TOEFL Test: What Does TOEFL Stand for?
TOEFL stands for Test of English as a Foreign Language. If you
haven't completed your secondary or university studies in an
English-speaking institution, you will probably have to take the Test or
English as a Foreign Language.
The Structure of TOEFL: What Type of Test Is TOEFL?
Let's check out the nuts and bolts of the test. There are four major
sections: Listening, Structure (grammar), Reading and Writing which last
a total of 2.5 to 3 hours. However, as with the GMAT, you can expect to
spend more than that at the test site- count on about 4.5 hours. The
test site is the same as for GMAT, and so are the registration and
scheduling procedures. Here's the overall breakdown of the test.
The TOEFL is scored on a scale from 0-300, though you may have heard
about scores in the 600s. Don't be alarmed. These "TOEFL on steroids"
scores refer to the old pre-CAT scale (used before July, 1998) which was
200 - 677. Some people still quote on that scale, so it's a good idea to
have average score would be 213 (550). More competitive scores should be
above 250 (600), which indeed are the scores requested by the top MBA
||Number of Questions
||30 or 50
||40 or 60 Minutes
||20 or 25
||15 or 20 Minutes
||44 or 60
||70 or 90 Minutes
||One Best Answer
click on Text
The Difference Between GRE and TOEFL: GRE Vs TOEFL
Luckily, TOEFL scoring is built around computer adaptive principles
similar to those on the GMAT or GRE, so you'll be wrestling the same
type of animal. However, don't take the similarities too far. For
instance, reading comprehension on the TOEFL is very different from what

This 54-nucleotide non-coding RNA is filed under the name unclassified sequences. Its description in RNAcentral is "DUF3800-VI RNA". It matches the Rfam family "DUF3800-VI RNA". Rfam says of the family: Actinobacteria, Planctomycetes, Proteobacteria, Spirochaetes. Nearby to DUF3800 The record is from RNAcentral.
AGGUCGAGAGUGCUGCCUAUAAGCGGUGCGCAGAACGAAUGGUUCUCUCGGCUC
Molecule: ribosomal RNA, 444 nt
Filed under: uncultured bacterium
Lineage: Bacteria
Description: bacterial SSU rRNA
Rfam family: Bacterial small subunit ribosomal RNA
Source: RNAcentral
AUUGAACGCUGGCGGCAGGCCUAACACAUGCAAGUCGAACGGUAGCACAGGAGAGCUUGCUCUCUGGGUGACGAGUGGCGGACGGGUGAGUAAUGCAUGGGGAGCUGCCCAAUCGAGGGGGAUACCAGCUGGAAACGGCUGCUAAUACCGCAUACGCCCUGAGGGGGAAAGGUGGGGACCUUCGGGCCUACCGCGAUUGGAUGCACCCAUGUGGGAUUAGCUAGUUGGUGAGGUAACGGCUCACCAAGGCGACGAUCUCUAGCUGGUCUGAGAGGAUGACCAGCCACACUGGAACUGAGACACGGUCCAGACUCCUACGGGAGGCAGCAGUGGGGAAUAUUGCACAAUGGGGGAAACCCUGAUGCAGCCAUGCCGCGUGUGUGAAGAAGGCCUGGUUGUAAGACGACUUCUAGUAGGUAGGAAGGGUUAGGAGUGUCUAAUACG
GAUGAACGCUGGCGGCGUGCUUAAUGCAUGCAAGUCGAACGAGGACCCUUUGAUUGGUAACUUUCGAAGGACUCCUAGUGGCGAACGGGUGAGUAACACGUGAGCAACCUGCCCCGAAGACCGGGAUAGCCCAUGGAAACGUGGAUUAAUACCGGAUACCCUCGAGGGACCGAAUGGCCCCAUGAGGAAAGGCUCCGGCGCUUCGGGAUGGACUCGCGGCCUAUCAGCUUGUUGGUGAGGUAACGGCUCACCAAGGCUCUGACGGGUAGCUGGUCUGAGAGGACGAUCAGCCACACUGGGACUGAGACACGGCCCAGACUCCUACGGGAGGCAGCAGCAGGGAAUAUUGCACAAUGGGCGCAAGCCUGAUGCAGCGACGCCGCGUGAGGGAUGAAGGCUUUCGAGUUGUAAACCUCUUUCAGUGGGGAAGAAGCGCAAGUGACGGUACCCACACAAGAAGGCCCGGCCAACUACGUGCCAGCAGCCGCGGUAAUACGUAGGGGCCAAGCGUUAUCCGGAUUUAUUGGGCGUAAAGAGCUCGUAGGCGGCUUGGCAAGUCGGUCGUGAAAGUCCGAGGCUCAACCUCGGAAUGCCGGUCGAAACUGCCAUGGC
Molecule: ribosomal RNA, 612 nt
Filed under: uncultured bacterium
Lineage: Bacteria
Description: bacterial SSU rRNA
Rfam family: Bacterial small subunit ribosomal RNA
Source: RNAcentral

we saw for the GRE. And that's just the beginning...
In fact the greatest difference is one of purpose. The GMAT was
originally designed for native English speakers (Americans specifically)
headed for American business schools, whereas the TOEFL is designed to
test the language proficiency of non-Anglophones who intend to study any
subject at any level of the American university system. GMAT test-takers
share similar goals - HBS, six-figure salaries, leather office chairs
and lots of business class miles - while TOEFL people are as diverse as
the world itself. Whether they want to study Italian opera at Julliard,
ancient Chinese literature at Princeton, or underwater basket weaving at
Bubba State, they all take the TOEFL. Even people with superb,
beautiful, nay, Shakespearean English, have to take the TOEFL. You might
be a fluent English-speaker, have a British spouse, work in an
English-speaking environment, and spend every weekend down your local
Irish pub, but you still need a secondary (high school) or university
studies completely in English. Otherwise you'll have to take the TOEFL.
TOEFL Prep Strategies
But the wide variety and large number of test takers can work to your
advantage. Remember, this is a standardized test, and so you'll have a
limited number of variables to prepare. True, you won't have any contact
with a real person to show off the fancy idioms you learned on your last
trip to the U.S. nor will you have a chance to argue that, well,
actually you've heard your cousin in Texas say it that way. You will
only have four answer choices to choose from. And you may not agree with
any of them! So, you'll need to learn what the test writers want to hear
(which frankly, sometimes may not reflect everyday spoken English). They
pull their questions from a specific pool comprising a limited number of
grammar points and listening, reading, and writing question types. If
you know what these are, you'll be able to anticipate them and answer
them correctly. But don't expect to get them all right. Not even native
English speakers can do that!